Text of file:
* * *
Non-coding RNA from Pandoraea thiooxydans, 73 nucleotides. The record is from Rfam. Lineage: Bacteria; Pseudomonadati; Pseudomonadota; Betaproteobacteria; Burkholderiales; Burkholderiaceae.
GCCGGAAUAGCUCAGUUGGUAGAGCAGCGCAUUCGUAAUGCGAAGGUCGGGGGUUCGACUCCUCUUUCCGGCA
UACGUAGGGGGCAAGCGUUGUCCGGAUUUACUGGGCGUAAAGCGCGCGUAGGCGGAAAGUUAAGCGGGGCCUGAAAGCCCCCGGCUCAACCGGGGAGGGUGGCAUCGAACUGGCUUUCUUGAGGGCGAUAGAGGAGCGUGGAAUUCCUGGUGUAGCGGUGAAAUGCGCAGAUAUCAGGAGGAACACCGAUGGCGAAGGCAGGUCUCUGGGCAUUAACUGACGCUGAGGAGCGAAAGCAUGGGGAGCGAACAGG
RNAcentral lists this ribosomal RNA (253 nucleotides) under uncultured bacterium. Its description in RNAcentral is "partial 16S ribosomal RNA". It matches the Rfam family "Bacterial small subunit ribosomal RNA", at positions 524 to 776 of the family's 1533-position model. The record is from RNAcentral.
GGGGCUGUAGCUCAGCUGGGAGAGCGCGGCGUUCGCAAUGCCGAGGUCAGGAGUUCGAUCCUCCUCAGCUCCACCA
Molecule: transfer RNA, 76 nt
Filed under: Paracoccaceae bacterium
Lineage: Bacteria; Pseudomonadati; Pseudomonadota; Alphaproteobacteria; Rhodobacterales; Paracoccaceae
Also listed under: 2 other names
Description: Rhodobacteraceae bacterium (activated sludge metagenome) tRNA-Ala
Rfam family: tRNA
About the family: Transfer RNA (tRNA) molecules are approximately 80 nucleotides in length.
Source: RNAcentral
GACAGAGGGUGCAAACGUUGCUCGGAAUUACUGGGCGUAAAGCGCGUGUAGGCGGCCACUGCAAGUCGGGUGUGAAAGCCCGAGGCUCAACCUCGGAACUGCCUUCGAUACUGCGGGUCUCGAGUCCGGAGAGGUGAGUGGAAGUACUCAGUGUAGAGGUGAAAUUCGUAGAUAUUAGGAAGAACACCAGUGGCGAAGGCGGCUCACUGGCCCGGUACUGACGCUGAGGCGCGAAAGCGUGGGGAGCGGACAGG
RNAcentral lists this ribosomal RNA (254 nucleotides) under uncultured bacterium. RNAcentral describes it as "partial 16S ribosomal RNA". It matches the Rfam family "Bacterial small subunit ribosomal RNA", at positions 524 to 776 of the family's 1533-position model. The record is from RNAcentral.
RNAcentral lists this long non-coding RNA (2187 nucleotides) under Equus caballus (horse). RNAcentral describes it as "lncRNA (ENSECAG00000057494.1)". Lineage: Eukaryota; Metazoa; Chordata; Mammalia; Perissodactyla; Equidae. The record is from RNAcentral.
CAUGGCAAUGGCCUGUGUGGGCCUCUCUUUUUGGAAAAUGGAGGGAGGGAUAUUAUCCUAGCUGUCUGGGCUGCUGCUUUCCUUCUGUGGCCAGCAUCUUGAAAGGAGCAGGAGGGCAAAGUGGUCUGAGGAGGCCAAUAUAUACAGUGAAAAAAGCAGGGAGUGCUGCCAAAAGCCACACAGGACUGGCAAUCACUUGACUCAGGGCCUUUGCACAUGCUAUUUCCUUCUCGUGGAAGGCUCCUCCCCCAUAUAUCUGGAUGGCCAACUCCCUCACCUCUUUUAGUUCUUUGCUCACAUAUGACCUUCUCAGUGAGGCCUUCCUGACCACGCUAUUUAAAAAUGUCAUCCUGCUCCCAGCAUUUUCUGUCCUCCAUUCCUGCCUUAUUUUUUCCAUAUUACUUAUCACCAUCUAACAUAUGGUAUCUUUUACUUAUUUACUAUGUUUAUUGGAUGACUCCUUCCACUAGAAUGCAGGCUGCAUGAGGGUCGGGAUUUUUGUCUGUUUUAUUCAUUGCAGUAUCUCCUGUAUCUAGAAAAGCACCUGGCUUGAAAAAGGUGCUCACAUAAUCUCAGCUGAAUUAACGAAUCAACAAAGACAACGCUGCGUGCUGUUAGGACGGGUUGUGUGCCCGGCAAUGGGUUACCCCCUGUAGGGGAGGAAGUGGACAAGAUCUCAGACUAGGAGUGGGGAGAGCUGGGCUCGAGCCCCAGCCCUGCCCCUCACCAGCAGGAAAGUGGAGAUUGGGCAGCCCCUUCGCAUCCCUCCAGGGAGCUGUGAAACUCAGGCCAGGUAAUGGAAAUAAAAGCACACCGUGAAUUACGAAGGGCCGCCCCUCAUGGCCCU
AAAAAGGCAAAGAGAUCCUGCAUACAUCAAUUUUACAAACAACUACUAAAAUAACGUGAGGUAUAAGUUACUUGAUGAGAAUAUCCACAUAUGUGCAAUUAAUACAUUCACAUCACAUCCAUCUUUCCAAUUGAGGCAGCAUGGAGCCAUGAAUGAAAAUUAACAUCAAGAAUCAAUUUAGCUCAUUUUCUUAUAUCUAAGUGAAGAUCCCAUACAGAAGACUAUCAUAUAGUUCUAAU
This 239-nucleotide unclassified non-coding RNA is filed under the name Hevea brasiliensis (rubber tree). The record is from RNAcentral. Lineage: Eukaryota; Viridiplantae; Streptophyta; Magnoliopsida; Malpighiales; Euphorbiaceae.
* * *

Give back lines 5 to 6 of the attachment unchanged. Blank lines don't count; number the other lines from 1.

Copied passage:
GGGGCUGUAGCUCAGCUGGGAGAGCGCGGCGUUCGCAAUGCCGAGGUCAGGAGUUCGAUCCUCCUCAGCUCCACCA
Molecule: transfer RNA, 76 nt